What happened to using birth control to prevent pregnancy?
The results from the study revealed that 60 percent of participants who had an unplanned birth was because they had not used contraception. In addition, the survey suggests that the reason this occurs is that most couples don't fully understand how strongly sex is connected to having a baby. Despite not using birth control, some women believe that getting pregnant and having an unwanted childbirth wouldn't happen to them.
"There are 290,000 babies born each year to mothers who believed their coming into existence was a statistical improbability," The Atlantic reported on the survey.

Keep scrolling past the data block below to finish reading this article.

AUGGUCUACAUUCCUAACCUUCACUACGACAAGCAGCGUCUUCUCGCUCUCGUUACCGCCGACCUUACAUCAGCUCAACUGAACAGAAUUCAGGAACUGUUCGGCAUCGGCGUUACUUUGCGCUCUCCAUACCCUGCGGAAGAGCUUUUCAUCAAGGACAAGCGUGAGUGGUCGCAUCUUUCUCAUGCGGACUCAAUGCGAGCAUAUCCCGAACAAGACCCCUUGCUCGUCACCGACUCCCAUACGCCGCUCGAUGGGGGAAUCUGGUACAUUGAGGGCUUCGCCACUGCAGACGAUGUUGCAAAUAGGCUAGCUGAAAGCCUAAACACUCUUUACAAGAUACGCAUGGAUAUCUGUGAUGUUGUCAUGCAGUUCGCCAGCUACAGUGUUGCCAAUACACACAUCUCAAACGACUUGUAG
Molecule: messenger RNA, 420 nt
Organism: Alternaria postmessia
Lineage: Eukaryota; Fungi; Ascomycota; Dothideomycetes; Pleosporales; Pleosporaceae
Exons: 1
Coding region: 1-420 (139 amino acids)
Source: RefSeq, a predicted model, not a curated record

Approximately 50 percent of all pregnancies in the U.S. are accidental, as reported by the study. Surveyed women who categorize their pregnancy as "unwanted" reported that the reason why they did not use birth control was primarily because their partner did not want to.
The study also showed that women whose pregnancies were unplanned were more likely to not receive prenatal care during their first trimester, when compared to those who tried to get pregnant. Unintended pregnancies tend to occur more to mothers with fewer resources to support the child. This may result in a greater reliance on Medicaid.
The good news is that the Patient Protection and Affordable Care Act now covers female birth control, STD testing, counseling and offers preventative services to over 47 million women in the U.S., according to the U.S. Department of Health and Human Services. This is the first time ever that women will have access to free care, which may reduce the likelihood of pregnancy or STDs.